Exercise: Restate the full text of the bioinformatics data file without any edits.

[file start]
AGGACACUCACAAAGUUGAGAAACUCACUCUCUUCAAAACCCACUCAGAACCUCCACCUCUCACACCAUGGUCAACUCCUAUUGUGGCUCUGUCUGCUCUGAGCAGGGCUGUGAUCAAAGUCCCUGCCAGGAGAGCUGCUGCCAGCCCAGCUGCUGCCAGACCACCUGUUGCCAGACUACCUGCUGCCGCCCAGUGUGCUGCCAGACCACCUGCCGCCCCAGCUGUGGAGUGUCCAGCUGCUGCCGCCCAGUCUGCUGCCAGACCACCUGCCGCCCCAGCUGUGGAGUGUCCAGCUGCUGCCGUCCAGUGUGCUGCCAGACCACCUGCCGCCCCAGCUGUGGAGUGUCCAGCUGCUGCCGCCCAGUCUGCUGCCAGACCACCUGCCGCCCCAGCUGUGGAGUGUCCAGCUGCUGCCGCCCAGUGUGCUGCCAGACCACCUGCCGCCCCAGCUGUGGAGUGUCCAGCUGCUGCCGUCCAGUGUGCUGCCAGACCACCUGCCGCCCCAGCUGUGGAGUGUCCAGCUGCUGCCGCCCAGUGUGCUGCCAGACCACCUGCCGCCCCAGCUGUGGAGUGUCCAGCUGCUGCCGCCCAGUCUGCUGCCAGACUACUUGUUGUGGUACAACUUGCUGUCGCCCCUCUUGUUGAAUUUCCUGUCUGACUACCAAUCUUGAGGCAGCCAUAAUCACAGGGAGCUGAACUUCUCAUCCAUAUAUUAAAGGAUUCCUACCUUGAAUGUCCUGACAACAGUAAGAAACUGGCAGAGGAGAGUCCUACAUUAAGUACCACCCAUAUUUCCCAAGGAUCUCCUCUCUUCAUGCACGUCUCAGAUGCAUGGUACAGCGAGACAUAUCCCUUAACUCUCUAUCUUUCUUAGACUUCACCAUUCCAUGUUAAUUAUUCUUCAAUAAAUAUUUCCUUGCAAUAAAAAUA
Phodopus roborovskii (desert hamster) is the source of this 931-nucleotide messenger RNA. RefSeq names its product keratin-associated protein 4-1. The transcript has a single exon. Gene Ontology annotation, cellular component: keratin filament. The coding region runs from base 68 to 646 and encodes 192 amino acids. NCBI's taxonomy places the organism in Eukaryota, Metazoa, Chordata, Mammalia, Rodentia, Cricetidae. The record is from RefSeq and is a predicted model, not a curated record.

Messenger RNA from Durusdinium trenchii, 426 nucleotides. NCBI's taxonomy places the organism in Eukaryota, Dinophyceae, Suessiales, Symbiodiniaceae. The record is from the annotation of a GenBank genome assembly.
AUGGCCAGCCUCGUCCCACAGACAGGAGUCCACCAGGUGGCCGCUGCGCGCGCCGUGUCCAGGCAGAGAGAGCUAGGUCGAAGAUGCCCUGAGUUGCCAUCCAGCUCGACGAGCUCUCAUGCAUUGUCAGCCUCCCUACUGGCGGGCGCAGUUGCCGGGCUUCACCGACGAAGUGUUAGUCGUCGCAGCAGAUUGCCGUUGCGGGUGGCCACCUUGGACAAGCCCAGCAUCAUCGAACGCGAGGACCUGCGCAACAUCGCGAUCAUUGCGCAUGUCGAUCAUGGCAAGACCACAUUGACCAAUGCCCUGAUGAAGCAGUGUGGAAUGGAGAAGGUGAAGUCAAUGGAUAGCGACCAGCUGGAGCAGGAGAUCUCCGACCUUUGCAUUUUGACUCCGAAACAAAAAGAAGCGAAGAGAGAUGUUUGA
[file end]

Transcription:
AGGACACUCACAAAGUUGAGAAACUCACUCUCUUCAAAACCCACUCAGAACCUCCACCUCUCACACCAUGGUCAACUCCUAUUGUGGCUCUGUCUGCUCUGAGCAGGGCUGUGAUCAAAGUCCCUGCCAGGAGAGCUGCUGCCAGCCCAGCUGCUGCCAGACCACCUGUUGCCAGACUACCUGCUGCCGCCCAGUGUGCUGCCAGACCACCUGCCGCCCCAGCUGUGGAGUGUCCAGCUGCUGCCGCCCAGUCUGCUGCCAGACCACCUGCCGCCCCAGCUGUGGAGUGUCCAGCUGCUGCCGUCCAGUGUGCUGCCAGACCACCUGCCGCCCCAGCUGUGGAGUGUCCAGCUGCUGCCGCCCAGUCUGCUGCCAGACCACCUGCCGCCCCAGCUGUGGAGUGUCCAGCUGCUGCCGCCCAGUGUGCUGCCAGACCACCUGCCGCCCCAGCUGUGGAGUGUCCAGCUGCUGCCGUCCAGUGUGCUGCCAGACCACCUGCCGCCCCAGCUGUGGAGUGUCCAGCUGCUGCCGCCCAGUGUGCUGCCAGACCACCUGCCGCCCCAGCUGUGGAGUGUCCAGCUGCUGCCGCCCAGUCUGCUGCCAGACUACUUGUUGUGGUACAACUUGCUGUCGCCCCUCUUGUUGAAUUUCCUGUCUGACUACCAAUCUUGAGGCAGCCAUAAUCACAGGGAGCUGAACUUCUCAUCCAUAUAUUAAAGGAUUCCUACCUUGAAUGUCCUGACAACAGUAAGAAACUGGCAGAGGAGAGUCCUACAUUAAGUACCACCCAUAUUUCCCAAGGAUCUCCUCUCUUCAUGCACGUCUCAGAUGCAUGGUACAGCGAGACAUAUCCCUUAACUCUCUAUCUUUCUUAGACUUCACCAUUCCAUGUUAAUUAUUCUUCAAUAAAUAUUUCCUUGCAAUAAAAAUA
Phodopus roborovskii (desert hamster) is the source of this 931-nucleotide messenger RNA. RefSeq names its product keratin-associated protein 4-1. The transcript has a single exon. Gene Ontology annotation, cellular component: keratin filament. The coding region runs from base 68 to 646 and encodes 192 amino acids. NCBI's taxonomy places the organism in Eukaryota, Metazoa, Chordata, Mammalia, Rodentia, Cricetidae. The record is from RefSeq and is a predicted model, not a curated record.

Messenger RNA from Durusdinium trenchii, 426 nucleotides. NCBI's taxonomy places the organism in Eukaryota, Dinophyceae, Suessiales, Symbiodiniaceae. The record is from the annotation of a GenBank genome assembly.
AUGGCCAGCCUCGUCCCACAGACAGGAGUCCACCAGGUGGCCGCUGCGCGCGCCGUGUCCAGGCAGAGAGAGCUAGGUCGAAGAUGCCCUGAGUUGCCAUCCAGCUCGACGAGCUCUCAUGCAUUGUCAGCCUCCCUACUGGCGGGCGCAGUUGCCGGGCUUCACCGACGAAGUGUUAGUCGUCGCAGCAGAUUGCCGUUGCGGGUGGCCACCUUGGACAAGCCCAGCAUCAUCGAACGCGAGGACCUGCGCAACAUCGCGAUCAUUGCGCAUGUCGAUCAUGGCAAGACCACAUUGACCAAUGCCCUGAUGAAGCAGUGUGGAAUGGAGAAGGUGAAGUCAAUGGAUAGCGACCAGCUGGAGCAGGAGAUCUCCGACCUUUGCAUUUUGACUCCGAAACAAAAAGAAGCGAAGAGAGAUGUUUGA